(AP) - The Star Tribune of Minneapolis on Thursday received a package containing a sugar-like substance labeled "anthrax," making it the latest news organization to receive such mail.
The package included a compact disc with a picture of Colin Powell on it. Minneapolis police said they didn't believe the substance was actually toxic, but they weren't taking any chances.
"At this point the package is in an isolated area of the building. We are going to treat it as if it is a hazardous substance until we know that it's not," said Minneapolis police spokesman Bill Palmer.
FBI agents, the Minneapolis Bomb Squad and the Minneapolis Fire Department's hazardous materials unit responded after the packaged was received Thursday, FBI spokesman E.K. Wilson said.
He said investigators think it's possible the package is one of more than 100 hoax letters labeled "anthrax" that were sent to newspapers and TV stations around the country. A California man has been arrested on suspicion of sending the packages.
The FBI said none of the packets sent to other news organizations has so far tested positive for hazardous material, but it warned media outlets to be vigilant about opening their mail. Authorities also warned that more mailings would probably be received in the next few days.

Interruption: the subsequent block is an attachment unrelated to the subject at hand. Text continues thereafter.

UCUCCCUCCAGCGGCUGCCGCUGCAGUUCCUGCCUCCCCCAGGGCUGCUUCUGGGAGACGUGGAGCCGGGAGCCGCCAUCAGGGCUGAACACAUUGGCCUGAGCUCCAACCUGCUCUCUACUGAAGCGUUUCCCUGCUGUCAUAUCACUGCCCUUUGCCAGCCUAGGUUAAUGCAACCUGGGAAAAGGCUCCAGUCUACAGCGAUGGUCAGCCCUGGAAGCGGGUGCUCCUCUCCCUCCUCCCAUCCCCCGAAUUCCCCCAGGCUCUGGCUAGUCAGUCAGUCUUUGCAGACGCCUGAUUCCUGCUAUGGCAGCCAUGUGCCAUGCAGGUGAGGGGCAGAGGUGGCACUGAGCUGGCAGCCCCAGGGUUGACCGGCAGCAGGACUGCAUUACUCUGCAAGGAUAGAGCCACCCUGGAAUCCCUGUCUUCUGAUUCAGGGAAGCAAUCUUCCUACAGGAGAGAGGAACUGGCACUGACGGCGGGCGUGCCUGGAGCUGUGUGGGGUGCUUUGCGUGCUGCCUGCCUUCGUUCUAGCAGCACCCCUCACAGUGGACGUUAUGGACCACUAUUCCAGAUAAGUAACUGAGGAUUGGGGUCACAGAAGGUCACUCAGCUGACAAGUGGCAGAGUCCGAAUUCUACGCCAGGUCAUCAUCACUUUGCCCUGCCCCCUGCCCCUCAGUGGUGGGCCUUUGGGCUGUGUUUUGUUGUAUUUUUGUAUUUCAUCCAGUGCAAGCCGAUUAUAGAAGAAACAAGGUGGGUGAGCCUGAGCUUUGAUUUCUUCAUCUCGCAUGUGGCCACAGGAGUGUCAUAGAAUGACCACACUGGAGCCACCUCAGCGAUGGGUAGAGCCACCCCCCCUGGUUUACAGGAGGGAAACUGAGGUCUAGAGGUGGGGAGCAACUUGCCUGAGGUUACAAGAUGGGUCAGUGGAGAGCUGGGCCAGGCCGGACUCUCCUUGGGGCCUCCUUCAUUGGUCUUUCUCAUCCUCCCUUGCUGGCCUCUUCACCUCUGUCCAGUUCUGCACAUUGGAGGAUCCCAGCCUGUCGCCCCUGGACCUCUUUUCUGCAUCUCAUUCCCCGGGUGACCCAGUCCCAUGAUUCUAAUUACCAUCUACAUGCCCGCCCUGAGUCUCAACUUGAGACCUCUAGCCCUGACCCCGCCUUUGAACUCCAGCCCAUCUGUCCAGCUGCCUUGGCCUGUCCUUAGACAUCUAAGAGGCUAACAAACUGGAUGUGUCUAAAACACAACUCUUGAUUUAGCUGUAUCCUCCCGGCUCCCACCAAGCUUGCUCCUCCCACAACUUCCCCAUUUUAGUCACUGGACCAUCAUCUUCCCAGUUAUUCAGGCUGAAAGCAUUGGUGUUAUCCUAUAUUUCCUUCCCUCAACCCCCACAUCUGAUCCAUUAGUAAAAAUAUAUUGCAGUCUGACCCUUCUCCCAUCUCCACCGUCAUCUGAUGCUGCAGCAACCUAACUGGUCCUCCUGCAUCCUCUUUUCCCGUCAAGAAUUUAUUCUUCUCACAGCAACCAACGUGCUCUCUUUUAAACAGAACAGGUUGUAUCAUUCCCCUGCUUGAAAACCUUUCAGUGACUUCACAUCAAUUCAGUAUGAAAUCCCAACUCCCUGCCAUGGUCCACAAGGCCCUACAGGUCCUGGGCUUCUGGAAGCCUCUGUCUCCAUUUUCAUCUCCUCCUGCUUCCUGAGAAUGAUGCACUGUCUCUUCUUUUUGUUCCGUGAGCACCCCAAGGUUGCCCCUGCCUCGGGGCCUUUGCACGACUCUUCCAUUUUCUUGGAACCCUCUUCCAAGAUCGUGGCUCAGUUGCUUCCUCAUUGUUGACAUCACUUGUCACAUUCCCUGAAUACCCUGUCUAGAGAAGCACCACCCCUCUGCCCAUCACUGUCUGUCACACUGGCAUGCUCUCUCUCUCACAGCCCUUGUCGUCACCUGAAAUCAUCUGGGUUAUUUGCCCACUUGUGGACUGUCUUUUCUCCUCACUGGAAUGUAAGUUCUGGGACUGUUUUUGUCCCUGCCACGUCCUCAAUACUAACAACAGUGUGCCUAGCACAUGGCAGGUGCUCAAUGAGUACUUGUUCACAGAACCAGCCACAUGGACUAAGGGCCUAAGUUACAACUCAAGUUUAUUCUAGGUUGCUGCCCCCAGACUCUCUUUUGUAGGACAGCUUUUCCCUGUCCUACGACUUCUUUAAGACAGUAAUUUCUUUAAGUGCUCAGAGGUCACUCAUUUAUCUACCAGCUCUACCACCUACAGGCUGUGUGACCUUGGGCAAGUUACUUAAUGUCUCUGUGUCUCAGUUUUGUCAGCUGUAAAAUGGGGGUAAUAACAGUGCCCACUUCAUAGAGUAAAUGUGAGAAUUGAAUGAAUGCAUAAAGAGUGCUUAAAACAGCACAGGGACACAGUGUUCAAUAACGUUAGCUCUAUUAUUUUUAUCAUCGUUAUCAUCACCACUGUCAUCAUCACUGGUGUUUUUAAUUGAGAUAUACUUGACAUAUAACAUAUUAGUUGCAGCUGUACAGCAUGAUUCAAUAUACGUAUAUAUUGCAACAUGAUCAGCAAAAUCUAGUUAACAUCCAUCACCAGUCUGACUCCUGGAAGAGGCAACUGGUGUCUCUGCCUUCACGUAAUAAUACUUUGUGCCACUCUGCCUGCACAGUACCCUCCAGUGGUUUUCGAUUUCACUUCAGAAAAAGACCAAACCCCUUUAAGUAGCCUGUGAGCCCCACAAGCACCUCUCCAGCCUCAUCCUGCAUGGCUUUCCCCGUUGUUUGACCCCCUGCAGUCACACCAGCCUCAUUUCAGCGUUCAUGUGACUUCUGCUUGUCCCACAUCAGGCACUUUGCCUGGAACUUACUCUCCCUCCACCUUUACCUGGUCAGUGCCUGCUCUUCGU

Wilson said officials won't know if the substance is harmful until it goes through a normal testing process. "Even the situations that might turn out to be hoaxes we take very seriously," he said.
A message left for a Star Tribune spokesman was not immediately returned Thursday. The newspaper reported on its Web site that its managers followed procedures for handling such incidents that have been in place since the Sept. 11 terrorist attacks.
"We don't think our employees have anything to worry about," said Star Tribune Executive Editor Nancy Barnes.
The building was not evacuated.
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